February 26, 2007


The Probability Broach

I've just discovered that L. Neil Smith's The Probability Broach exists online in comic book form. This is nifty. I'd read "The Nagasaki Vector" ages ago (rough memory-indexing, I was maybe 12), and am sad that I seem to have lost my copy in one move or another.

It takes place in the same alternate universe, which just so happened to develop into a libertarian utopia for...some reason or other. There was this little episode in early American history known as the Whiskey Rebellion, and Gallatin sided with the farmers instead of the fledgling U.S., which led to the recognition of the sapience of chimpanzees and other great apes and giving them the right to bear arms. Really cool guns, too, since a libertarian society led to personal sidearm technology that's lightyears ahead of ours. One of the armed gorillas in the Nagasaki Vector had an honest-to-goodness railgun in pistol form. So obviously it's pretty serious stuff.

Don't ask me, dude, I didn't do it. But seriously, chimps with guns. I don't care what your political leanings are, I think chimps with guns is something we can all get behind.

posted by Gar @ 11:59 AM

February 24, 2007


Bible History

Best bible history lecture ever. All of the shorts from this fellow are worthwhile.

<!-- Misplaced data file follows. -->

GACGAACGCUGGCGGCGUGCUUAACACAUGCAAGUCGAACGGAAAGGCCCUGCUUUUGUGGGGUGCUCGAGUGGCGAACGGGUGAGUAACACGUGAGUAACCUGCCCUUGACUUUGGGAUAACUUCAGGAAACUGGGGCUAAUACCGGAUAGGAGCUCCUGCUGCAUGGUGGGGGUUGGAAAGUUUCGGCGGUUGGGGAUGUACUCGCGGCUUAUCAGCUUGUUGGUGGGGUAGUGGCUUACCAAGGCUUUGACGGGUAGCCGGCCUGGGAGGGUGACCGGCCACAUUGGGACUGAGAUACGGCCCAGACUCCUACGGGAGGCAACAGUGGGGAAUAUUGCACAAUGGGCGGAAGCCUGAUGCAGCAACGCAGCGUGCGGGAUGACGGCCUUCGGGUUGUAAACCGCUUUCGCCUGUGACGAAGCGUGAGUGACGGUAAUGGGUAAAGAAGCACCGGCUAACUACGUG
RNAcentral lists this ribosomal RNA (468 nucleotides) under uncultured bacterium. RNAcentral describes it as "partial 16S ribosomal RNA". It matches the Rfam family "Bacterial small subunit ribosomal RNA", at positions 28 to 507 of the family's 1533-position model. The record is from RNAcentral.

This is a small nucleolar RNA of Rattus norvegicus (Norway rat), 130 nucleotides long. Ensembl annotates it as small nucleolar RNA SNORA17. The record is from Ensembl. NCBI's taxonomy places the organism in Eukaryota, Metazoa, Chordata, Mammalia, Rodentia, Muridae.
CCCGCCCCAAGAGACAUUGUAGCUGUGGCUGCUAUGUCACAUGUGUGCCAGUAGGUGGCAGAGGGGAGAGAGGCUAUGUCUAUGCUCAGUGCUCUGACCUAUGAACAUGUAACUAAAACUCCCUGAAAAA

I've also discovered Wizard People, Dear Reader, sort of a more-aggressive style of Rifftrax for the first Harry Potter flick. Listening to excerpts has made me readjust netflix queue accordingly to get the full effect in the near future.

posted by Gar @ 9:51 AM

February 12, 2007


That'll do, CPU. That'll do.

Earlier today, I note that my computer seems to be running suspiciously sluggishly just websurfing. A few basic troubleshooting steps later, I end up firing up the motherboard utility program that includes CPU temperature readings.

105 degrees. That's Celsius. That's place a cup of water on the cpu and watch it boil.

After the lunge to turn it off (I think my exact spontaneous quote was "Holy Buddha Jesus Hell!"), I further determine that the filter on the case's front intake was caked with more dust than I'd expected, and turned a vacuum loose on it. I turn everything back on, and it's now running at around 80; this is for all purposes idle, with just desktop-and-browser load on it, and it's still running hotter than the chip's operational parameters call for. (The P4's upper limit is around 78ish.)

All told, it was an exciting discovery that's greatly accelerated my timetable for going to a new PC. I'm still internally debating between going the cheaper route of "get a pile of boxes from Newegg and see how much damage I do by attempting to build" versus the more expensive, but convenient, route of prebuilt premiums. I'm sure I could just get a better cpu fan/cooler of some type, but, no. It needs to be rewarded, not have its existence stretched out longer than strictly necessary.

I remain amazed the cpu was even able to throttle enough to stay operational, and that I didn't just hear a muffled bang from inside the case. When I do get a new PC up and running, I'm going to take the current CPU out and have it framed, perhaps with some sort of inspirational plaque. By all rights it should be dead now, probably should've been dead for some time, and it quietly, without complaint, simply refused to stop. Never give up! Never surrender!

posted by Gar @ 11:36 AM

February 01, 2007


What a tweest!